Bioinorganic chemistry is a specialized field that spans the chemistry of metal-containing molecules within biological systems. This field is concerned with the control and use of metal ions in biochemical processes. Although bioinorganic chemistry includes the study of artificially introduced metals (e.g. medicinally), many natural occurring biological processes (such as respiration) depend upon molecules containing inorganic elements, such as metalloproteins, and these natural processes are also studied by bioinorganic chemistry. Bioinorganic chemistry has developed from the continuing research in inorganic chemistry and its important associations in biological chemistry.
As a mix of biochemistry and inorganic chemistry, bioinorganic chemistry is important in realizing the implications of electron-transfer proteins, substrate bindings and activation, atom and group transfer chemistry as well as metal properties in biological chemistry.
Paul Ehrlich used organoarsenic (“arsenicals”) for the treatment of syphilis, demonstrating the relevance of metals, or at least metalloids, to medicine, that blossomed with Rosenberg’s discovery of the anti-cancer activity of “cisplatin (cis-PtCl2(NH3)2). The first protein ever crystallized (see James B. Sumner) was urease, later shown to contain nickel at its active site. Vitamin B12, the cure for pernicious anemia was shown crystallographically by Dorothy Crowfoot Hodgkin to consist of a cobalt in a corrin macrocycle. The Watson-Crick structure for DNA demonstrated the key structural role played by phosphate-containing polymers.
There are several distinct systems of interest in bioinorganic chemistry. These areas include metal ion transport and storage, metallohydrolase enzymes, metal-containing electron transfer proteins, oxygen transport and activation proteins, bioorganometallic systems such as hydrogenases and alkyltransferases, and enzymes involved in nitrogen metabolism pathways.
Metal ion transport and storage covers a diverse collection of ion channels, ion pumps (e.g. NaKATPase), vacuoles, siderophores, and other proteins and small molecules whose aim is to carefully control the concentration of metal ions in the cell.
Hydrolase enzymes include a diverse collection of proteins that interact with water and substrates. Examples of this class of metalloproteins are carbonic anhydrase, metallophosphatases, and metalloproteinases.
Metal-containing electron transfer proteins are comprised of three major classes:
- iron-sulfur proteins such as rubredoxins, ferredoxins, Rieske proteins, and aconitases
- blue copper proteins
These electron transport proteins are complementary to the non-metal electron transporters nicotinamide adenine dinucleotide (NAD) and flavin adenine dinucleotide (FAD).
Oxygen transport and activation proteins make extensive use of metals such as iron, copper, and manganese. Heme is utilized by red blood cells in the form of hemoglobin for oxygen transport and is perhaps the most recognized metal system in biology. Other oxygen transport systems include myoglobin, hemocyanin, and hemerythrin. Oxidases and oxygenases are metal systems found throughout nature that take advantage of oxygen to carry out important reactions such as energy generation in cytochrome c oxidase or small molecule oxidation in cytochrome P450 oxidases or methane monooxygenase. Some metalloproteins are designed to protect a biological system from the potentially harmful effects of oxygen and other reactive oxygen-containing molecules such as hydrogen peroxide. These systems include peroxidases, catalases, and superoxide dismutases. A complementary metalloprotein to those that react with oxygen is the oxygen evolving complex present in plants. This system is part of the complex protein machinery that produces oxygen as plants perform photosynthesis.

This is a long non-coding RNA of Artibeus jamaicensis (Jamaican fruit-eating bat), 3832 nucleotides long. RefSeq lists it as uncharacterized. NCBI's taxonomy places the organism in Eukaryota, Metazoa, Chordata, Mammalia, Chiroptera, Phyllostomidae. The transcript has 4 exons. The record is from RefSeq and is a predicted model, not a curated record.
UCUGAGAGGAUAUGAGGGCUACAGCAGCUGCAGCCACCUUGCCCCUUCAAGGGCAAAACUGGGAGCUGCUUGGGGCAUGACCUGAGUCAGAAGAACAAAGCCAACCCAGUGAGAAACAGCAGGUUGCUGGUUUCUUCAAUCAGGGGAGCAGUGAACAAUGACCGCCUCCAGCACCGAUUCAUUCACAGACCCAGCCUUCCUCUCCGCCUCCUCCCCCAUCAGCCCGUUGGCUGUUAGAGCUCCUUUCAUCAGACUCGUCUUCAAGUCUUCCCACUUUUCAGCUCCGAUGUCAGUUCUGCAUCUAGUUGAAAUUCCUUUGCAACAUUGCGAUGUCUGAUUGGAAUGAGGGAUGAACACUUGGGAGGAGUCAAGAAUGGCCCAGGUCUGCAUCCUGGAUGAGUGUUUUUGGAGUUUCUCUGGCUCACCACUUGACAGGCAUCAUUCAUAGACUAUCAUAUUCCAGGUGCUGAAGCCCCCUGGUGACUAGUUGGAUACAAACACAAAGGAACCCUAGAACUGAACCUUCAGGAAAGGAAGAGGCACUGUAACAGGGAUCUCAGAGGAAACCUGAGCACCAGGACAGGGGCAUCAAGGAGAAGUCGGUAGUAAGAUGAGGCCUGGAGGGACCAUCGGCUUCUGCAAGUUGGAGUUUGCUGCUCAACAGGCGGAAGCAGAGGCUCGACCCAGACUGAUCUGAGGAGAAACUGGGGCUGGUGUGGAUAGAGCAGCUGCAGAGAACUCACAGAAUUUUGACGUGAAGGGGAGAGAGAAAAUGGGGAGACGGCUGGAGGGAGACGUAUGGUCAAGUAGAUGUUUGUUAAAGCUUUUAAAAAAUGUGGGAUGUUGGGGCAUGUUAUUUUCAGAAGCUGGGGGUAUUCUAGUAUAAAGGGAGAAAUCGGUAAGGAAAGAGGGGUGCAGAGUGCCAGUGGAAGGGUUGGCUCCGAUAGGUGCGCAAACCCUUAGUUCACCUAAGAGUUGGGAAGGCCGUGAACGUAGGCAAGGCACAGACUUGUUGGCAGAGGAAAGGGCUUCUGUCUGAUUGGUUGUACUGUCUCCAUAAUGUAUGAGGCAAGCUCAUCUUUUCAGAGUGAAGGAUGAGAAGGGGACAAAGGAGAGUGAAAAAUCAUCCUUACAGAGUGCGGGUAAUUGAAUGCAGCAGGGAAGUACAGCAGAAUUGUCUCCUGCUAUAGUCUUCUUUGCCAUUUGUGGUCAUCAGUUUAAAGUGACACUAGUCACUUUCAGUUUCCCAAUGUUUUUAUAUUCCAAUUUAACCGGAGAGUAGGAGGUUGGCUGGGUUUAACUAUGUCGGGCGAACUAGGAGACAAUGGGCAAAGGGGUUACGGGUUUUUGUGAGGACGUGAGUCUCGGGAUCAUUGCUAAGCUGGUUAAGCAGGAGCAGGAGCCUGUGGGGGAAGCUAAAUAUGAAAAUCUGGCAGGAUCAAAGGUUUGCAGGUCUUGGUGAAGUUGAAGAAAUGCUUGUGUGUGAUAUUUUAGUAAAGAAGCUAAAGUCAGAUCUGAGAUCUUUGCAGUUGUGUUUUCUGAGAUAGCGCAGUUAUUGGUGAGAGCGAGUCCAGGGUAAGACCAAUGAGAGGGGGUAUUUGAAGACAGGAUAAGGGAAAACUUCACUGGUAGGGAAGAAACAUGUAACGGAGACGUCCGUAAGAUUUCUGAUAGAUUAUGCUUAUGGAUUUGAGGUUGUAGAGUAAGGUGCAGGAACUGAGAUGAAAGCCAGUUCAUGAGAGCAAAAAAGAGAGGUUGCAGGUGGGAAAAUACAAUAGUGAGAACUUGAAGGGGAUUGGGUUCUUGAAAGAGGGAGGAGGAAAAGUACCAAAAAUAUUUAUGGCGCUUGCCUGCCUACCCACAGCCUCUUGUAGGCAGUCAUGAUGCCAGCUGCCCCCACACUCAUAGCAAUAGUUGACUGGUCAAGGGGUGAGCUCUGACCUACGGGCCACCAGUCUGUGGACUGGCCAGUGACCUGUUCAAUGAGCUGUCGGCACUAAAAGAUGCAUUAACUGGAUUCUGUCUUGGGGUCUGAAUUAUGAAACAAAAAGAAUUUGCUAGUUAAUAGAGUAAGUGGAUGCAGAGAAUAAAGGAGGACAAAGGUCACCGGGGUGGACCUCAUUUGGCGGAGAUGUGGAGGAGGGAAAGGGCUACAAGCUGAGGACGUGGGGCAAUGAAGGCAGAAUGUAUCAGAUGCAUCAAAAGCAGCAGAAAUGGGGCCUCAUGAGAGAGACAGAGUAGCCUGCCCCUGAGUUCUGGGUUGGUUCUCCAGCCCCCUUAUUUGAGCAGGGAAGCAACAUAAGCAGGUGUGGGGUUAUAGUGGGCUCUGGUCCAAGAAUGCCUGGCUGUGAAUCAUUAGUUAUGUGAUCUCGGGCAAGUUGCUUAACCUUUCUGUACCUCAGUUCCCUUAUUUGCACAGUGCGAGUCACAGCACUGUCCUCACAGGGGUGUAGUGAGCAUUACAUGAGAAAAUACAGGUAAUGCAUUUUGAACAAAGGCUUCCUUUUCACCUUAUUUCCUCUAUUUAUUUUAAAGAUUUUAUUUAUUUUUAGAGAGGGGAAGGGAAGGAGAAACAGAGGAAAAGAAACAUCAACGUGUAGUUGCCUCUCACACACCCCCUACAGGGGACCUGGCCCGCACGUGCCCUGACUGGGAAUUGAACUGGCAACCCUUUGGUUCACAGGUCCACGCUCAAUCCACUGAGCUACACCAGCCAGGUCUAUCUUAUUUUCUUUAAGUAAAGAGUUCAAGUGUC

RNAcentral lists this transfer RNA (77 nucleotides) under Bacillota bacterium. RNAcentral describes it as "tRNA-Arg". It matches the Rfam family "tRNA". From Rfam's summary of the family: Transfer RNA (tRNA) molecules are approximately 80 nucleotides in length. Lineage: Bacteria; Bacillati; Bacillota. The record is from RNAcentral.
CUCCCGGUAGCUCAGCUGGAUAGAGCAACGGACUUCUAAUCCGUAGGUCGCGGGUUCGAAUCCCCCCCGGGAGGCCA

Bioorganometallic systems such as hydrogenases and methylcobalamin are biological examples of organometallic chemistry.
The nitrogen metabolism pathways make extensive use of metals. Nitrogenase is one of the more famous metalloproteins associated with nitrogen metabolism. More recently, the cardiovascular and nueronal importance of nitric oxide has been examined, including the enzyme nitric oxide synthase. (See also: nitrogen assimilation.)
Metals in medicine is the study of the design and mechanism of action of metal-containing pharmaceuticals, and compounds that interact with endogenous metal ions in enzyme active sites. This diverse field includes the platinum and ruthenium anti-cancer drugs, chelating agents, gold drug chaperones, and gadolinium contrast agents.
- The Society of Biological Inorganic Chemistry (SBIC)'s home page
- Glossary of Terms in Bioinorganic Chemistry
- Metal Coordination Groups in Proteins by Marjorie Harding
- Bio, M. et al. home page
- Ivano Bertini, Harry B. Gray, Edward I. Stiefel, Joan Selverstone Valentine, Biological Inorganic Chemistry, University Science Books, 2007, ISBN 1-891389-43-2
- Wolfgang Kaim, Brigitte Schwederski "Bioinorganic Chemistry: Inorganic Elements in the Chemistry of Life." John Wiley and Sons, 1994, ISBN 0-471-94369-X
- Ivano Bertini, Harry B. Gray, Stephen J. Lippard, Joan Selverstone Valentine, "Bioinorganic Chemistry," University Science Books, 1994, ISBN 0-935702-57-1
- Stephen J. Lippard, Jeremy M. Berg, Principles of Bioinorganic Chemistry, University Science Books, 1994, ISBN 0-935702-72-5
- Rosette M. Roat-Malone, Bioinorganic Chemistry : A Short Course, Wiley-Interscience, 2002, ISBN 0-471-15976-X
- J.J.R. Fraústo da Silva and R.J.P. Williams, The biological chemistry of the elements: The inorganic chemistry of life, 2nd Edition, Oxford University Press, 2001, ISBN 0-19-850848-4
- Lawrence Que, Jr., ed., Physical Methods in Bioinorganic Chemistry, University Science Books, 2000, ISBN 1-891389-02-5
de:Bioanorganische Chemie it:Chimica bioinorganica